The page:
Figure 2.

Box plots summarizing annual (a) dissolved organic carbon (DOC) concentration and (b) specific ultraviolet light absorbance at 254 nm. Results are shown for each lake and the groundwater springs sampled. Boxes show median (horizontal line), 25th – 75th percentile (box boundaries), 10th−90th percentile (whiskers), and samples lying outside the 10th and 90th percentiles (black circles).

[23] The magnitude of DOCX, the hydrologic export of DOC, differed strongly between the open- and closed-basin lakes due to the large differences in hydrologic fluxes. In Crystal and Williams lakes, DOCX was 5 and 6 g C m−2 yr−1, respectively (Table 1). In the open-basin lakes, DOCX ranged from 60 (Mary Lake) to 103 g C m−2 yr−1 (Steel Lake, Table 1). DOCX was highest in the fen lake, 183 g C m−2 yr−1, due to the combination of high DOC concentrations and large hydrologic fluxes relative to the size of the lake (Table 1). DOCX was closely correlated with the magnitude of water load, defined as the volume of annual water export divided by lake surface area (r = 0.95, data not shown). Therefore, the presence of a surface water outlet was a principal organizing feature in the characteristics of DOC export in this watershed.

3.2. BDOC and DOCR

[24] BDOC concentration ranged from 0.8 to 3.0 mg C L−1, whereas the degradation rate constant k, ranged from 0.007 to 0.035 d−1 (Table 2). Average and standard error of k for all lakes was 0.016 ± 0.002 d−1 (n = 14), and there were no significant differences between open- and closed-basin lakes (two-tailed t test, P = 0.76, t13(2) = 0.31, n = 14). There was a significant linear relation between total DOC and RDOC (Figure 3 and Table 2). We used this relation to calculate RDOC and therefore BDOC as described in section 2.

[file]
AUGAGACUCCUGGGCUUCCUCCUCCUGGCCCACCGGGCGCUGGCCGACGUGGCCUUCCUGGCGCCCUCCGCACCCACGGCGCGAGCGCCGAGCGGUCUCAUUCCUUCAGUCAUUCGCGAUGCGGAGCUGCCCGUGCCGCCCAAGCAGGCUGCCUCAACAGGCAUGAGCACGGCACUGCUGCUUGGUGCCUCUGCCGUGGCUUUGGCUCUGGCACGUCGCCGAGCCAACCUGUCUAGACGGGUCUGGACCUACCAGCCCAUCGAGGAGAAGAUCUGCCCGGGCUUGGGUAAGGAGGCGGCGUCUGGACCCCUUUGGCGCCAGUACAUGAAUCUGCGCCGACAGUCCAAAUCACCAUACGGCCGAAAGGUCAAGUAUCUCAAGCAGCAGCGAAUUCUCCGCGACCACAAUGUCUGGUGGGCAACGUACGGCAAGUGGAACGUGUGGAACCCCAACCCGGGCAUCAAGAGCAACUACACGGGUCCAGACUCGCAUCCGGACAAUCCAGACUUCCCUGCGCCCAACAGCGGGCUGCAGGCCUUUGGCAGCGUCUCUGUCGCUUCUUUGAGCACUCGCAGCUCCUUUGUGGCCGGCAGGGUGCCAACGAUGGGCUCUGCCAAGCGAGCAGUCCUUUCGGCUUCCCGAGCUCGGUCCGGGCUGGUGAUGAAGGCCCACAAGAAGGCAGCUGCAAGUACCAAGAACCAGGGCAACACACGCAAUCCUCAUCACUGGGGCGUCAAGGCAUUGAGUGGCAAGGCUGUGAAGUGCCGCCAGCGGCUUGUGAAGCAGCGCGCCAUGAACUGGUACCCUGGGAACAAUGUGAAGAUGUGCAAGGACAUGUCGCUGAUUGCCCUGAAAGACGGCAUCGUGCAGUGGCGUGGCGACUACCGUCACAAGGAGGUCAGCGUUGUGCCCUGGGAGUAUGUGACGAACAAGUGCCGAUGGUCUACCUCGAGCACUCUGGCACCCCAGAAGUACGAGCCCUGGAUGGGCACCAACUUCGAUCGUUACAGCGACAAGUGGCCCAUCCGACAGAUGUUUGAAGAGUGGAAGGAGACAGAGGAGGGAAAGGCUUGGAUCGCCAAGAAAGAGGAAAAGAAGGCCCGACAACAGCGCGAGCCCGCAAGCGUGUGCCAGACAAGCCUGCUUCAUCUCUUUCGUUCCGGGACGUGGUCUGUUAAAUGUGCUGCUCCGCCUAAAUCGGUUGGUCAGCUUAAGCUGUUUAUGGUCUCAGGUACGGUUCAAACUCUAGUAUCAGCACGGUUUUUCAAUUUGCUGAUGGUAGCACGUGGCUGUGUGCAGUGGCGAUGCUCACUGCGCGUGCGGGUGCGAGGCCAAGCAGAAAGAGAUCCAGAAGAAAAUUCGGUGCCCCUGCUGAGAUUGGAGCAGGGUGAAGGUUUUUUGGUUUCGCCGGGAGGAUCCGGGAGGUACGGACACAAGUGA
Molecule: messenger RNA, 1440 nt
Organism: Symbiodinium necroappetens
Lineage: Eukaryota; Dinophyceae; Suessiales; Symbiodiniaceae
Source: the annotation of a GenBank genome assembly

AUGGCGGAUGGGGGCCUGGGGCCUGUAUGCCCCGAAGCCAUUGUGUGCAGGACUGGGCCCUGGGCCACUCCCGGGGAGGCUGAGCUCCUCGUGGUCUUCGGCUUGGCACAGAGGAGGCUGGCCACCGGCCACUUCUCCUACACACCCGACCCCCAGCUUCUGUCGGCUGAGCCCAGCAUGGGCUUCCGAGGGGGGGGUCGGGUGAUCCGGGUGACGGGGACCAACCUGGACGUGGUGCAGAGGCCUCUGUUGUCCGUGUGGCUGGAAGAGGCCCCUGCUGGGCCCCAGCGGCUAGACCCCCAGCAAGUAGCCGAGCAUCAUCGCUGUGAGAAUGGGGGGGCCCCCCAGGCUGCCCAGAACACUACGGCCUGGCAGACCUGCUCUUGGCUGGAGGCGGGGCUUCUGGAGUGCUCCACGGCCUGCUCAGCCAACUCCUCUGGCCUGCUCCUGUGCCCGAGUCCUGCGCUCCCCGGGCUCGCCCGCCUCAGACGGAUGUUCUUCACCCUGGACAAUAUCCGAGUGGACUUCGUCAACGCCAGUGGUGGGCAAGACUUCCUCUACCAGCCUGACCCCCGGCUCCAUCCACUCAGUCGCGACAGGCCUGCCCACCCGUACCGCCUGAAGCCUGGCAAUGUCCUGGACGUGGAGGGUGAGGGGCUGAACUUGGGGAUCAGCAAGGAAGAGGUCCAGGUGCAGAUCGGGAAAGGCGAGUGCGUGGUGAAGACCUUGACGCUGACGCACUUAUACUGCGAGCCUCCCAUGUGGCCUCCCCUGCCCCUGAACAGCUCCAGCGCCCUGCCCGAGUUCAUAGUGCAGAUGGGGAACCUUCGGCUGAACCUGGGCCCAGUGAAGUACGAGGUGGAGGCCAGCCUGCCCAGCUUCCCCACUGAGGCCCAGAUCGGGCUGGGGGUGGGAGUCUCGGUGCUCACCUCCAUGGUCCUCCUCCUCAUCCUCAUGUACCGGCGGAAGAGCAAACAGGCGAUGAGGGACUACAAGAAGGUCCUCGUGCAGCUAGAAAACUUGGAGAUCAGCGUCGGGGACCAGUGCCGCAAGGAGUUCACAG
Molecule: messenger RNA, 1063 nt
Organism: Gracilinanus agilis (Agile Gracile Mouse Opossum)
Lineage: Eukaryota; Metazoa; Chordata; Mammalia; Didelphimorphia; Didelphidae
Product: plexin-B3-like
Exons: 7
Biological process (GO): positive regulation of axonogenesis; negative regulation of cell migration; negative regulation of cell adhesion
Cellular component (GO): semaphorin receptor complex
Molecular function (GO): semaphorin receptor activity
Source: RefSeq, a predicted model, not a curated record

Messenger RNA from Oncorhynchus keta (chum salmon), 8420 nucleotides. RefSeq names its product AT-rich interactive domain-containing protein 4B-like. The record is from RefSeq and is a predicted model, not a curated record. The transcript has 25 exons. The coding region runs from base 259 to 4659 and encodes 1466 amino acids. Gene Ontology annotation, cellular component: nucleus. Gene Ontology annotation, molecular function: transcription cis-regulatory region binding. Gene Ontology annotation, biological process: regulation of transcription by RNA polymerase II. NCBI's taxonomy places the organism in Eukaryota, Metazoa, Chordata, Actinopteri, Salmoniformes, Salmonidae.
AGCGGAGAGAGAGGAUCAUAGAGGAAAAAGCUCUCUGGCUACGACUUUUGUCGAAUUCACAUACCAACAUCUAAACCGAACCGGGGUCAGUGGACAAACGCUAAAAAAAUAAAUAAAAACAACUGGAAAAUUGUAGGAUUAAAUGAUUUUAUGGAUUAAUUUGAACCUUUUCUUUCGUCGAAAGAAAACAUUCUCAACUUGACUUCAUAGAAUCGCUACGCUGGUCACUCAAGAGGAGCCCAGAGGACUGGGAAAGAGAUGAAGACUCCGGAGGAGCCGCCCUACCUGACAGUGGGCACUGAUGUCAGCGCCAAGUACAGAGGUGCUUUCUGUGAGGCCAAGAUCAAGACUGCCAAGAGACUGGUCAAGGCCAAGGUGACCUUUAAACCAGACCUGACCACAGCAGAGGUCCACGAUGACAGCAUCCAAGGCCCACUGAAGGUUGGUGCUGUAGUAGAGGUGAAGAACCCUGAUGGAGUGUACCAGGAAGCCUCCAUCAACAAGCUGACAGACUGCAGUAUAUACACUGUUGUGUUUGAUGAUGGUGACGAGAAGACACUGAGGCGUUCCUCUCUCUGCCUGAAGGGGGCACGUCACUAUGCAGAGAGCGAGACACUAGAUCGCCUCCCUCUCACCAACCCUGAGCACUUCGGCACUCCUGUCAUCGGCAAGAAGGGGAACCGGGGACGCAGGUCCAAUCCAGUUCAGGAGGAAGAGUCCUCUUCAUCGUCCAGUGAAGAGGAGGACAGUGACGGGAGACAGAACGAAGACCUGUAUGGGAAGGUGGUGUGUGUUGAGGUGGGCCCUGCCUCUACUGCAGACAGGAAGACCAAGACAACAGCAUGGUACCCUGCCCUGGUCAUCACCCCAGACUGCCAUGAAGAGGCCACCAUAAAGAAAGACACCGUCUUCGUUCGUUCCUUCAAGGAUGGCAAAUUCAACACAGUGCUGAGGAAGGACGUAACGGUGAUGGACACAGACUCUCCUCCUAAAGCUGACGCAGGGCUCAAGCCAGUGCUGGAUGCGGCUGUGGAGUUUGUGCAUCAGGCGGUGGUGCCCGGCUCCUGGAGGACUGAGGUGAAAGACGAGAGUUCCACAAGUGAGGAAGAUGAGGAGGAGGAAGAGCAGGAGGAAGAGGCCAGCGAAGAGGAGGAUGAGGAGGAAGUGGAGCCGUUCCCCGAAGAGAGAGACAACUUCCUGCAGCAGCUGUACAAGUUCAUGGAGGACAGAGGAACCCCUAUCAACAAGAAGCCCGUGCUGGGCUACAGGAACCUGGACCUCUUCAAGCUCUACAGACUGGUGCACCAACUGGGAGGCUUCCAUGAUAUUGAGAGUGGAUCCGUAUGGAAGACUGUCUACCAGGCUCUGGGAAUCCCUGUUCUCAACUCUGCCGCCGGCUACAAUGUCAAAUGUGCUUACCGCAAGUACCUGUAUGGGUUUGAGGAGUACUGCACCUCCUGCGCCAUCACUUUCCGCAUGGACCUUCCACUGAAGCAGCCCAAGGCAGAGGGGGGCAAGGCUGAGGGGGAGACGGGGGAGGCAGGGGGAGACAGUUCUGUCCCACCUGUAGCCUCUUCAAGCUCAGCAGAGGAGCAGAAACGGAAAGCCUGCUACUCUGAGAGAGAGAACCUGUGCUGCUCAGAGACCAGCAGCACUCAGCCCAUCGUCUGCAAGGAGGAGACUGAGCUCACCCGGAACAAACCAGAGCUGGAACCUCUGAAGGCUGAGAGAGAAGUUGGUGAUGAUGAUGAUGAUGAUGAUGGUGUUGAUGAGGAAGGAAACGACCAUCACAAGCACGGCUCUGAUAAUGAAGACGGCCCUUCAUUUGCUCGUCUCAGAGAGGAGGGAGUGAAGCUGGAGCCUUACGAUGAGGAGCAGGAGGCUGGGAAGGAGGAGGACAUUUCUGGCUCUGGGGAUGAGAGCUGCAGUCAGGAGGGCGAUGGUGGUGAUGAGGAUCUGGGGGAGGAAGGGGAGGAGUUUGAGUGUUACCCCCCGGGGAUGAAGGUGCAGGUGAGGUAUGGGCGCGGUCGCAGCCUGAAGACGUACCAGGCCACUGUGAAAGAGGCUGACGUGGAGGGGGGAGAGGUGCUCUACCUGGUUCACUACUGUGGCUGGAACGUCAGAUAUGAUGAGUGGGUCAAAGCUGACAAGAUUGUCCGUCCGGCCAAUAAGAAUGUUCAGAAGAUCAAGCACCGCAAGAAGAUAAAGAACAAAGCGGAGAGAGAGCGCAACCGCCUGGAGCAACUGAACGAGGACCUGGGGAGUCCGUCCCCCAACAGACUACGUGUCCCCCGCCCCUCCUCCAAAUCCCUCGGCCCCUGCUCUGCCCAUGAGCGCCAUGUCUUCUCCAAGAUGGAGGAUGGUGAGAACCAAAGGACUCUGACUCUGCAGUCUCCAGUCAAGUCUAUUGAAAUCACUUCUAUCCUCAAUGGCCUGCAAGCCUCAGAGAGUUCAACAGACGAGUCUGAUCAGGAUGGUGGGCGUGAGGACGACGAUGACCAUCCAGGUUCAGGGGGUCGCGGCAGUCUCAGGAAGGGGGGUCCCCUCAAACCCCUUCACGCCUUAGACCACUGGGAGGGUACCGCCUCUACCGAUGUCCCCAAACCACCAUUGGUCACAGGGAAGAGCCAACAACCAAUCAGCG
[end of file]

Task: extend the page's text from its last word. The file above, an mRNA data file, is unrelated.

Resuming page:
Figure 3.

Relation between total dissolved organic carbon (DOC) and recalcitrant dissolved organic carbon (RDOC), determined by laboratory incubations. The regression line displayed is RDOC = −0.17 (± 0.74) + (0.76 ± 0.11) × DOC (R2 = 0.79, P < 0.0001, F1, 12 = 44.8).

Table 2. Summary Statistics of the Biodegradable Dissolved Organic Carbon Incubation Experimentsa
  • a

    Includes degradation rate constant (k), kT is k corrected for temperature assuming a Q10 of 2.0, recalcitrant dissolved organic carbon (RDOC) relation to total dissolved organic carbon (DOC), and the equations governing the dissolved organic carbon mineralization model (DOCR). ZMIX is the surface mixed-layer depth in meters.

Degradation constantk = 0.016 ± 0.002 d−1 (average and standard deviation), n = 14, maximum k = 0.035 d−1, minimum k = 0.007 d−1
RDOC relation to DOCRDOC = (0.76 ± 0.11 × DOC) − (0.17 ± 0.74) mg l−1, R2 = 0.79, P < 0.001, F0.05 (1), 1, 12 = 44.8
DOC mineralization modelDaily DOCR = kTZMIX(DOC – [0.76 (DOC − 0.17)]) g C m−2 d−1
 Annual DOCR = Σ Daily DOCR (annual DOCR expressed in g C m−2 yr−1)